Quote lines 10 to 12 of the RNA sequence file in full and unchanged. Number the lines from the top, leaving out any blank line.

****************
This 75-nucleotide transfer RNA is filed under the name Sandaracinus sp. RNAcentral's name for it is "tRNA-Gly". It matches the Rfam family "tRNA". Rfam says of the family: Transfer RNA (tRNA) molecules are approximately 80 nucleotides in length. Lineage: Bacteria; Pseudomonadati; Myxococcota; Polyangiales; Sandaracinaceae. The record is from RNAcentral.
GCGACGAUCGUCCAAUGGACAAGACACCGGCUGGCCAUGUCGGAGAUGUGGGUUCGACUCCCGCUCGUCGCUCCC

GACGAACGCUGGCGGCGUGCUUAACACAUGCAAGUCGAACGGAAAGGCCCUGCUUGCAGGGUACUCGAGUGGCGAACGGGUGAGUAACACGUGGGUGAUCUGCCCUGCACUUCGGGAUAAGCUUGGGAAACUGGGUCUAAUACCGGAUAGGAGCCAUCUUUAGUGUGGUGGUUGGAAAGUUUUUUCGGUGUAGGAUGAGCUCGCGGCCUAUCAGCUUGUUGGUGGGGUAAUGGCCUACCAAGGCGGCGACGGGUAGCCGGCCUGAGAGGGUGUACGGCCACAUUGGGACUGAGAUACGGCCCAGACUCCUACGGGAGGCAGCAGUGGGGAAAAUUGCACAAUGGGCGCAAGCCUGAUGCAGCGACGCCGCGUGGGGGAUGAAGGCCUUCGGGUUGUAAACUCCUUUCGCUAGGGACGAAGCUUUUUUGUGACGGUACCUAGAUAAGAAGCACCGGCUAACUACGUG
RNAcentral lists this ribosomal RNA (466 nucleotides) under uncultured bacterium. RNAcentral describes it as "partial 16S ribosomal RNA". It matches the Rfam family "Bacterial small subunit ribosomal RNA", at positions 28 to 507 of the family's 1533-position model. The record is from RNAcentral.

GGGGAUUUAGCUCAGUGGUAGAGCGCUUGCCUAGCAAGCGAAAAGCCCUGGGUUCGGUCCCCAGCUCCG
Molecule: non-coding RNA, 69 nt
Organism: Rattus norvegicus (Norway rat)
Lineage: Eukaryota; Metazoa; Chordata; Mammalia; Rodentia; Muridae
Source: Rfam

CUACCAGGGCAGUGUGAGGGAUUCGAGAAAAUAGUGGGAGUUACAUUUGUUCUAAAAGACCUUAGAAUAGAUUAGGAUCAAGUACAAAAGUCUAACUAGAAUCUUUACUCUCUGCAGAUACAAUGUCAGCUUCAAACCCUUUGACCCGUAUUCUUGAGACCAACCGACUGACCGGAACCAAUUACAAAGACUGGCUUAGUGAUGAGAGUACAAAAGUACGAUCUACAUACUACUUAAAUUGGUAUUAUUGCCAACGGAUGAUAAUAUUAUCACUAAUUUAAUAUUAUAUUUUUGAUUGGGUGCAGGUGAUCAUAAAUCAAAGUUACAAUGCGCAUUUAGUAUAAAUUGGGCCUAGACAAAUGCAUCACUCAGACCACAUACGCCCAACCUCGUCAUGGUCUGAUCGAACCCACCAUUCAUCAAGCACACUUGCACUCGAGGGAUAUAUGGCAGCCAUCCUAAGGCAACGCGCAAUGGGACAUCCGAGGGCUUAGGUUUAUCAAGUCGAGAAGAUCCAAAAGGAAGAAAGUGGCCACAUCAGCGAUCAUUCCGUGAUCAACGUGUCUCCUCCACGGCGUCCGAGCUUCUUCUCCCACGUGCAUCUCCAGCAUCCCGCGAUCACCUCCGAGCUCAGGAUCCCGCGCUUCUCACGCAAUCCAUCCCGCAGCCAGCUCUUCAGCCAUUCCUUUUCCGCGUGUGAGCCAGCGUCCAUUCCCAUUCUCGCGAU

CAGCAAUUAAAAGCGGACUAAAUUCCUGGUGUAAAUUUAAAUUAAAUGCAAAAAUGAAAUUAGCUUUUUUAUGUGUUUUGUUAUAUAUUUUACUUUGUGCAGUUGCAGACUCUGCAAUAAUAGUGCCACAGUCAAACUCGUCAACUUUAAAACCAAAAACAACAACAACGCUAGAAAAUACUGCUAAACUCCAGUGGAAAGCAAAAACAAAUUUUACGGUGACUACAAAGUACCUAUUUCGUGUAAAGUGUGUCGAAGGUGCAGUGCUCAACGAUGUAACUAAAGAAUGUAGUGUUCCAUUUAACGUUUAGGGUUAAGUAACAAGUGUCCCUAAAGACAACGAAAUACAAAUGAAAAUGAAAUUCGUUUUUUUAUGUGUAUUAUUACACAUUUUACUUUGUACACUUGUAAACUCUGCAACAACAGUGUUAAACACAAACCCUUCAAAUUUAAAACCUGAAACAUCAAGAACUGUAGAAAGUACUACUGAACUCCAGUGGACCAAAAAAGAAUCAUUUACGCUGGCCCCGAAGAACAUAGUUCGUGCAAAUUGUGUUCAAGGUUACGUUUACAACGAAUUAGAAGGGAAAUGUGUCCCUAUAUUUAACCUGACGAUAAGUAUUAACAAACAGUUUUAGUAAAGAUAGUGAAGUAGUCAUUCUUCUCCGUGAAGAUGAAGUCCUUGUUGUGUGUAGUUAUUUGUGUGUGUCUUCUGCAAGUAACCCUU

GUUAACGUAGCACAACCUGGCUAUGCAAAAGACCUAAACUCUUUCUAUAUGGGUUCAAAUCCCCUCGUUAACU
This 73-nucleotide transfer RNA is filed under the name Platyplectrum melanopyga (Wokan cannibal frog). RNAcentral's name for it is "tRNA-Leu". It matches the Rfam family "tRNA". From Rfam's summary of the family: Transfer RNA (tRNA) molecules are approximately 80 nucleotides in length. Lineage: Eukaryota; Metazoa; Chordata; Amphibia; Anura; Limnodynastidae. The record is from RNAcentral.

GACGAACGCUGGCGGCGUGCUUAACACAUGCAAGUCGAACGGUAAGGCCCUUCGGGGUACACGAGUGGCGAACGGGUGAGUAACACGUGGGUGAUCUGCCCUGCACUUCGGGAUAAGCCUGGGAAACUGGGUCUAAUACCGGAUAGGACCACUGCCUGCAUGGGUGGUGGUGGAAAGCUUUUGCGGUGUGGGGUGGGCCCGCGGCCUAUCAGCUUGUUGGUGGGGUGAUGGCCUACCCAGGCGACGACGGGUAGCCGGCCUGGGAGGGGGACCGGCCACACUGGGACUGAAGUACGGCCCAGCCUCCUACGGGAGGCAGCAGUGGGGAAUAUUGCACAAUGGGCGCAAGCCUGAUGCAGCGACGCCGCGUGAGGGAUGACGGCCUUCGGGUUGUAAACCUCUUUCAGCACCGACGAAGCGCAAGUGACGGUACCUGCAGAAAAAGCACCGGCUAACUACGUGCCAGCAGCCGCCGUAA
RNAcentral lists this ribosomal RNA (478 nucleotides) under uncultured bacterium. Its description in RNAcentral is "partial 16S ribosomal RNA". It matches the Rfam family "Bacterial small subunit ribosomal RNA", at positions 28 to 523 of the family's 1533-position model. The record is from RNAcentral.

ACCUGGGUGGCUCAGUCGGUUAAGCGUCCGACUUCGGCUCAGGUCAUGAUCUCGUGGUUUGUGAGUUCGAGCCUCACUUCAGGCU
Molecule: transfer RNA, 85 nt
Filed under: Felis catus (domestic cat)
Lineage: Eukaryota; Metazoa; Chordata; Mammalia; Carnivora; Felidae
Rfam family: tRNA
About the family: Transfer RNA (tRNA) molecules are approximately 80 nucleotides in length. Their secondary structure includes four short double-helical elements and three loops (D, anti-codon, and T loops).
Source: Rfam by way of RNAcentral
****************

CUACCAGGGCAGUGUGAGGGAUUCGAGAAAAUAGUGGGAGUUACAUUUGUUCUAAAAGACCUUAGAAUAGAUUAGGAUCAAGUACAAAAGUCUAACUAGAAUCUUUACUCUCUGCAGAUACAAUGUCAGCUUCAAACCCUUUGACCCGUAUUCUUGAGACCAACCGACUGACCGGAACCAAUUACAAAGACUGGCUUAGUGAUGAGAGUACAAAAGUACGAUCUACAUACUACUUAAAUUGGUAUUAUUGCCAACGGAUGAUAAUAUUAUCACUAAUUUAAUAUUAUAUUUUUGAUUGGGUGCAGGUGAUCAUAAAUCAAAGUUACAAUGCGCAUUUAGUAUAAAUUGGGCCUAGACAAAUGCAUCACUCAGACCACAUACGCCCAACCUCGUCAUGGUCUGAUCGAACCCACCAUUCAUCAAGCACACUUGCACUCGAGGGAUAUAUGGCAGCCAUCCUAAGGCAACGCGCAAUGGGACAUCCGAGGGCUUAGGUUUAUCAAGUCGAGAAGAUCCAAAAGGAAGAAAGUGGCCACAUCAGCGAUCAUUCCGUGAUCAACGUGUCUCCUCCACGGCGUCCGAGCUUCUUCUCCCACGUGCAUCUCCAGCAUCCCGCGAUCACCUCCGAGCUCAGGAUCCCGCGCUUCUCACGCAAUCCAUCCCGCAGCCAGCUCUUCAGCCAUUCCUUUUCCGCGUGUGAGCCAGCGUCCAUUCCCAUUCUCGCGAU

CAGCAAUUAAAAGCGGACUAAAUUCCUGGUGUAAAUUUAAAUUAAAUGCAAAAAUGAAAUUAGCUUUUUUAUGUGUUUUGUUAUAUAUUUUACUUUGUGCAGUUGCAGACUCUGCAAUAAUAGUGCCACAGUCAAACUCGUCAACUUUAAAACCAAAAACAACAACAACGCUAGAAAAUACUGCUAAACUCCAGUGGAAAGCAAAAACAAAUUUUACGGUGACUACAAAGUACCUAUUUCGUGUAAAGUGUGUCGAAGGUGCAGUGCUCAACGAUGUAACUAAAGAAUGUAGUGUUCCAUUUAACGUUUAGGGUUAAGUAACAAGUGUCCCUAAAGACAACGAAAUACAAAUGAAAAUGAAAUUCGUUUUUUUAUGUGUAUUAUUACACAUUUUACUUUGUACACUUGUAAACUCUGCAACAACAGUGUUAAACACAAACCCUUCAAAUUUAAAACCUGAAACAUCAAGAACUGUAGAAAGUACUACUGAACUCCAGUGGACCAAAAAAGAAUCAUUUACGCUGGCCCCGAAGAACAUAGUUCGUGCAAAUUGUGUUCAAGGUUACGUUUACAACGAAUUAGAAGGGAAAUGUGUCCCUAUAUUUAACCUGACGAUAAGUAUUAACAAACAGUUUUAGUAAAGAUAGUGAAGUAGUCAUUCUUCUCCGUGAAGAUGAAGUCCUUGUUGUGUGUAGUUAUUUGUGUGUGUCUUCUGCAAGUAACCCUU

GUUAACGUAGCACAACCUGGCUAUGCAAAAGACCUAAACUCUUUCUAUAUGGGUUCAAAUCCCCUCGUUAACU